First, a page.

On the other hand, I don't think you could persuade me to go out and buy a slow variable-aperture, or a super-zoom. Like some of you, I just can't "go back" to that standard, but I think that between cheap consumer stuff and very expensive pro-grade stuff there are some great lenses that shouldn't be ignored. Of course it depends on the lenses and the system. If I wanted a tele zoom and was in the Canon system then I'd really have no excuse for not getting the 70-210 F4 because of the fantastic quality it provides at the price. A good f/4 zoom in that range is something which I wish all the other systems would reintroduce as well.
     
  9. Yeah...

    ...ya' know, there's an adaptor you can get that allows you to mount R-lenses on a Canon. If you think the L glass is a step up from their regular lenses, then let me scare you just a little bit more: R-Lenses are another step up from L-Lenses.

    Leica R-Lenses

    But of course, they costs twice what a Canon L-Lens costs. And to freak you out even further, they have no IS, they don't even have AF!

    R-Lenses on the new 21 mpix Canon should be about right... and just wait till the R10 Leica dSLR comes out.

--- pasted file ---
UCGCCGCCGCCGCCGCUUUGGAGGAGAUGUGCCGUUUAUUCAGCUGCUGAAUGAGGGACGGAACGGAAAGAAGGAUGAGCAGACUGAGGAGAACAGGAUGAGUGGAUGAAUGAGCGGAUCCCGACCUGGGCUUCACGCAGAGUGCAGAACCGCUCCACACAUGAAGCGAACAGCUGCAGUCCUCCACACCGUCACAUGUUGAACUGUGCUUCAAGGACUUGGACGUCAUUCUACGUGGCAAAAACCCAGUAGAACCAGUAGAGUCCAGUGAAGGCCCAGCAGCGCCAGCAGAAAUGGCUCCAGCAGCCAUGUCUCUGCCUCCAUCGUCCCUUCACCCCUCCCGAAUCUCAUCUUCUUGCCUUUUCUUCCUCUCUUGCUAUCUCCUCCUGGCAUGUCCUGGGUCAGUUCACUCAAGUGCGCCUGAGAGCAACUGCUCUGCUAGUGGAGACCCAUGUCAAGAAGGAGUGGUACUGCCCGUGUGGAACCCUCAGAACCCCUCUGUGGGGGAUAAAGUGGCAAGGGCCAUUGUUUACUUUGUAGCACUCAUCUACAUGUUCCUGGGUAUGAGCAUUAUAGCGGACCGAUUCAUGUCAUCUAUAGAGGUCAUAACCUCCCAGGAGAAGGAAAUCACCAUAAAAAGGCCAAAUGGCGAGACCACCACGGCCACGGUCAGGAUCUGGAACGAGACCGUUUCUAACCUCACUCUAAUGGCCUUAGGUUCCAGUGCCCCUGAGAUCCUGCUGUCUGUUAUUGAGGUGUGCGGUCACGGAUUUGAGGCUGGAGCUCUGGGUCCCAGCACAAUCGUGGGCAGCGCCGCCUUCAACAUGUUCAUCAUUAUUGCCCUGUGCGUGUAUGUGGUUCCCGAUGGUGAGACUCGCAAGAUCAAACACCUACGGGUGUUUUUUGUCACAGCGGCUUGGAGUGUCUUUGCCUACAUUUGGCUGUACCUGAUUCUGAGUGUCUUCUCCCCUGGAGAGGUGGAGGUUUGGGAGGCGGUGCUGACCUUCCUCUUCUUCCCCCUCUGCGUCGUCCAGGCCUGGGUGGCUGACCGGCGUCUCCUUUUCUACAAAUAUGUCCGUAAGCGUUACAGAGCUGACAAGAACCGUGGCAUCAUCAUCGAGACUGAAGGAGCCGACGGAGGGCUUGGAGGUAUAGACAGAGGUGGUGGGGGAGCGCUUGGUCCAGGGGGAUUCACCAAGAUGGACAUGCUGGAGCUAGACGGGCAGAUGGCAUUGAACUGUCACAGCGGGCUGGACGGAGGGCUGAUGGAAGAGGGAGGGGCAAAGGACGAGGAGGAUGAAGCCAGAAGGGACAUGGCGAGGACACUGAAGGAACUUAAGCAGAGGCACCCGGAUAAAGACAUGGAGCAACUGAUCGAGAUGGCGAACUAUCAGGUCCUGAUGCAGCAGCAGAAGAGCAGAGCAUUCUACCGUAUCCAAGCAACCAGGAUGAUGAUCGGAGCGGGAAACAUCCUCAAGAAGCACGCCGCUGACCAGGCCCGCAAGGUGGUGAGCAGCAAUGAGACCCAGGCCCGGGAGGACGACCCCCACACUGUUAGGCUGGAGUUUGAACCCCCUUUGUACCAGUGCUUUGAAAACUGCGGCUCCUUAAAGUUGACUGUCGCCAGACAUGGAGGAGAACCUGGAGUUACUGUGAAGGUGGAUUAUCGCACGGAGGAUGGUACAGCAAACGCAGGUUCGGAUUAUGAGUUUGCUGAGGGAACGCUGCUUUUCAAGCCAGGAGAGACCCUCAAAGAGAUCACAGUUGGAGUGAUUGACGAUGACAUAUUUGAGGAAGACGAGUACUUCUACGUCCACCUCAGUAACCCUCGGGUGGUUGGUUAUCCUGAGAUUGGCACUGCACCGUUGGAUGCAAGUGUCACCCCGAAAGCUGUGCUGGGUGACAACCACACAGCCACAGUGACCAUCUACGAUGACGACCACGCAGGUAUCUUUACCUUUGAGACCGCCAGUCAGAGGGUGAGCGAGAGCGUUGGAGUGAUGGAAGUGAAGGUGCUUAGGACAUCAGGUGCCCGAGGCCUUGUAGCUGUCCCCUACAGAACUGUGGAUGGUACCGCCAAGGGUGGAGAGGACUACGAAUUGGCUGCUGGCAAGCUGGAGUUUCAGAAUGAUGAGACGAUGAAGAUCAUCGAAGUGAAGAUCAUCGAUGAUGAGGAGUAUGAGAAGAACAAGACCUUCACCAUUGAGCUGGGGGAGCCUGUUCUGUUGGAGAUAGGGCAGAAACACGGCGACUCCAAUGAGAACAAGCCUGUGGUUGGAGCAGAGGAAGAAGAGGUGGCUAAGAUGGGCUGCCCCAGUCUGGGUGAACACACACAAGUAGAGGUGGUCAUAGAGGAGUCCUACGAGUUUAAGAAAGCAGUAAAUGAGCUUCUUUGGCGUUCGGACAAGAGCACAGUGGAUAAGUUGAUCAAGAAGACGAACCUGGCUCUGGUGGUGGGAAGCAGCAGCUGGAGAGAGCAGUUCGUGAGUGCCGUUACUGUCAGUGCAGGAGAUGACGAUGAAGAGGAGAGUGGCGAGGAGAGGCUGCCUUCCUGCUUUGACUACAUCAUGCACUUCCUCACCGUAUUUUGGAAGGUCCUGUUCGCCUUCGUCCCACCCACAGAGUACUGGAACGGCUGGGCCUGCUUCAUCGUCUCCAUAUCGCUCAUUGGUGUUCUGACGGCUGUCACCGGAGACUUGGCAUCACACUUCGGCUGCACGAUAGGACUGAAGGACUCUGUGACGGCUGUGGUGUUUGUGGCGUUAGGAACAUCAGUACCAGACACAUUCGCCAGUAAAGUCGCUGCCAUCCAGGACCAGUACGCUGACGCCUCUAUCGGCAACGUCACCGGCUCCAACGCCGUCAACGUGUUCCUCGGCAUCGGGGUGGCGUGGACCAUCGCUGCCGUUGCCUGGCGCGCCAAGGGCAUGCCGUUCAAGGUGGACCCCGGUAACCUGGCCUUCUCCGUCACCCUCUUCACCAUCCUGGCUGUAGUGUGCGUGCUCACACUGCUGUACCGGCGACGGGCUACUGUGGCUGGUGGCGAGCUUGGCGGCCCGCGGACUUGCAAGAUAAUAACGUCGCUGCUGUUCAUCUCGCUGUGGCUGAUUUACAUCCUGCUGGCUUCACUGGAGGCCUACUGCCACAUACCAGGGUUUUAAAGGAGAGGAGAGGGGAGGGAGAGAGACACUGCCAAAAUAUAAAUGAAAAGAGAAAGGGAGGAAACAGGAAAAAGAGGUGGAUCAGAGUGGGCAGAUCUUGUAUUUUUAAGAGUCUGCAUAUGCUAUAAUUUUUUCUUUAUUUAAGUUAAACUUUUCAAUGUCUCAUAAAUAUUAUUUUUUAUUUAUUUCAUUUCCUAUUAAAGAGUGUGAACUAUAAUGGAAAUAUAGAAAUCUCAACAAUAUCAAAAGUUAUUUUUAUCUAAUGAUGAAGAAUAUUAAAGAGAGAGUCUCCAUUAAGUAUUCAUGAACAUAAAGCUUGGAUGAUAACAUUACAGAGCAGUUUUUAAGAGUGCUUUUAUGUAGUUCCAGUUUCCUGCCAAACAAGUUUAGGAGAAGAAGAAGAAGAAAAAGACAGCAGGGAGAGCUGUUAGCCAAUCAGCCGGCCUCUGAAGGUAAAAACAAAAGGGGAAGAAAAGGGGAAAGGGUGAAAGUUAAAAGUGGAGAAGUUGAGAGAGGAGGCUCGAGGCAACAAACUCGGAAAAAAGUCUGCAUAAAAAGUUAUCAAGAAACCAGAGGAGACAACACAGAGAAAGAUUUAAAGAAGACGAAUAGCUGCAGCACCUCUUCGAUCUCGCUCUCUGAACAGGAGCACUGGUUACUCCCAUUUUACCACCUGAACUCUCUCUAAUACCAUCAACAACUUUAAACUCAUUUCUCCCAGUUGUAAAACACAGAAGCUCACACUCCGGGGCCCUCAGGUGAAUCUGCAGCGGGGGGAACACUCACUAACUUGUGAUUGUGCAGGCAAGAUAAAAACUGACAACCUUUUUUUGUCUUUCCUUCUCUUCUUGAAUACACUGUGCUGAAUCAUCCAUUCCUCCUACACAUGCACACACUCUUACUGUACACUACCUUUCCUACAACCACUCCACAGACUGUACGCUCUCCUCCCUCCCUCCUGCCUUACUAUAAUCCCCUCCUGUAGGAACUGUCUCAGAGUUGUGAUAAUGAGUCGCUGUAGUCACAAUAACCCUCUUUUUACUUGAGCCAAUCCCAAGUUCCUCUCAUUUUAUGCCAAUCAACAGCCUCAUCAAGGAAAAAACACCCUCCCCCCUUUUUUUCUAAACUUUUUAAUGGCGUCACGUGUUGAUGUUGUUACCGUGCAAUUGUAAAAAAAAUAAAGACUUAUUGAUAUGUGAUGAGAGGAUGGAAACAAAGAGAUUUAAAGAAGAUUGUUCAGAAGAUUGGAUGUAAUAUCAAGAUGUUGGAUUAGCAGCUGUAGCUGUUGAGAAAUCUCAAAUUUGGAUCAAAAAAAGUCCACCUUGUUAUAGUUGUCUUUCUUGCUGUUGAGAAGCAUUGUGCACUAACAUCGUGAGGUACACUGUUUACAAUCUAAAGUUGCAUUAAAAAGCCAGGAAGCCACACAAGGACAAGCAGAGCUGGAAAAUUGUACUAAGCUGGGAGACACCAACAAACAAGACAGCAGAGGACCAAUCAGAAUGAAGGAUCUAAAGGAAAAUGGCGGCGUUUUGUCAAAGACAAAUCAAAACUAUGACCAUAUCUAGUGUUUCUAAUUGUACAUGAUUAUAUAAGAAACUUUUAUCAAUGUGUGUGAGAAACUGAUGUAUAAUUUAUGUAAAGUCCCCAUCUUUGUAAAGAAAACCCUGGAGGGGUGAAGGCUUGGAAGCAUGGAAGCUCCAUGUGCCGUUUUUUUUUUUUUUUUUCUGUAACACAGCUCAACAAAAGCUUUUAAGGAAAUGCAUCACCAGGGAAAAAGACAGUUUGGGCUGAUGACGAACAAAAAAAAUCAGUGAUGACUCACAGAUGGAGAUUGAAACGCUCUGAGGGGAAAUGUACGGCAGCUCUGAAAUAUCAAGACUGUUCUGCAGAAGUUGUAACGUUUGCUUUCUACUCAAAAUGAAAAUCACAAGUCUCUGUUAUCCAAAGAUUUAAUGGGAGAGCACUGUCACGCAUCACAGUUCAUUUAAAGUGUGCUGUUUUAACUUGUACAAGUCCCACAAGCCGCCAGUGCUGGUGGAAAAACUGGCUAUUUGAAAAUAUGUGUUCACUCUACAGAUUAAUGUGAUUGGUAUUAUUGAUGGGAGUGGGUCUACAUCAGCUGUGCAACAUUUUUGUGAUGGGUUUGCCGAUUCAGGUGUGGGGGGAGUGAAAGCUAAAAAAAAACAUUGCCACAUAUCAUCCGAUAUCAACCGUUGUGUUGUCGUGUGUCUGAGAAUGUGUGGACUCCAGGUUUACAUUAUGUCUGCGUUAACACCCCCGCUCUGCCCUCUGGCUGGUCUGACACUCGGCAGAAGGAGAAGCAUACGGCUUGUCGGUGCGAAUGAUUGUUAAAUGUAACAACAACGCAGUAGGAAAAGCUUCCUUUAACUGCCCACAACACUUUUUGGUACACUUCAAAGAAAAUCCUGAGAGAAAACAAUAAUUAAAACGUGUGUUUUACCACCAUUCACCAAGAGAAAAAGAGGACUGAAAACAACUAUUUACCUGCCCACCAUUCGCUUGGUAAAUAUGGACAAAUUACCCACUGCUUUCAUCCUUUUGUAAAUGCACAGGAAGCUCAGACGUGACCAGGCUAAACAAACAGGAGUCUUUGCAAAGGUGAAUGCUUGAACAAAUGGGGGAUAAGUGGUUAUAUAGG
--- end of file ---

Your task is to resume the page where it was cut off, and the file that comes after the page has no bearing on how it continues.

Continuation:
10. usayit

    usayit No longer a newbie, moving up!

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    "Arrrr".. Lenses.. hehehe lol. Sorry too much wine for dinner.

    Gryph and Zaphod have it right... don't get into burning cash just to get into "L" lenses. There are a lot of lenses out there (third-party branding too) that will produce quality that will blow you away. For me, I've sold off a bunch of stuff (including a few L's) to get to a set that I found serves me the most: 24mm, 50mm, 85mm, 135mm, and two zooms. What remains are what I feel high bang for buck lenses that I found myself gravitating towards the most.

    Good lenses do hold their value so experimenting like I did doesn't result in a huge expense. (Now I've got money to put somewhere else.)


    Iron.. I do hope they improve the ergonomics of the R-series body with the R10. I could never really get into the R8/R9 body feel... just never felt right. I'd definitely find myself jumping an M8 (R-d1 still being a secondary of course)before the R10.
     
  11. jstuedle

    jstuedle No longer a newbie, moving up!

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    If you want another "enlightening" experience, get an adapter and try some Blad CF glass on your SLR/DSLR. Again, like the Leica the lenses are manual, non VR/IS, AF, or anything else, just superbly sharp and true. And BIG, real BIG. Now that's scary, I don't care who you are!
     
  12. EOS_JD

    EOS_JD TPF Noob!

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    my first L was the 70-200 f4L. Found that I wanted the IS to help with indoors shots and ended up with the 70-200mm f2.8L IS and sold the f4L (although I was sorry to see it go).

    Next I wanted longer and bought the 300mm f4L IS. An amazing lens! It didn't stop there though. I wanted either the 24-70 f2.8 or the 24-105 f4L IS and took ages to decide before going with the 24-105. Another great buy.

    I'm now a reformed Lcaholic as I've not bought one for about a year. Am I cured?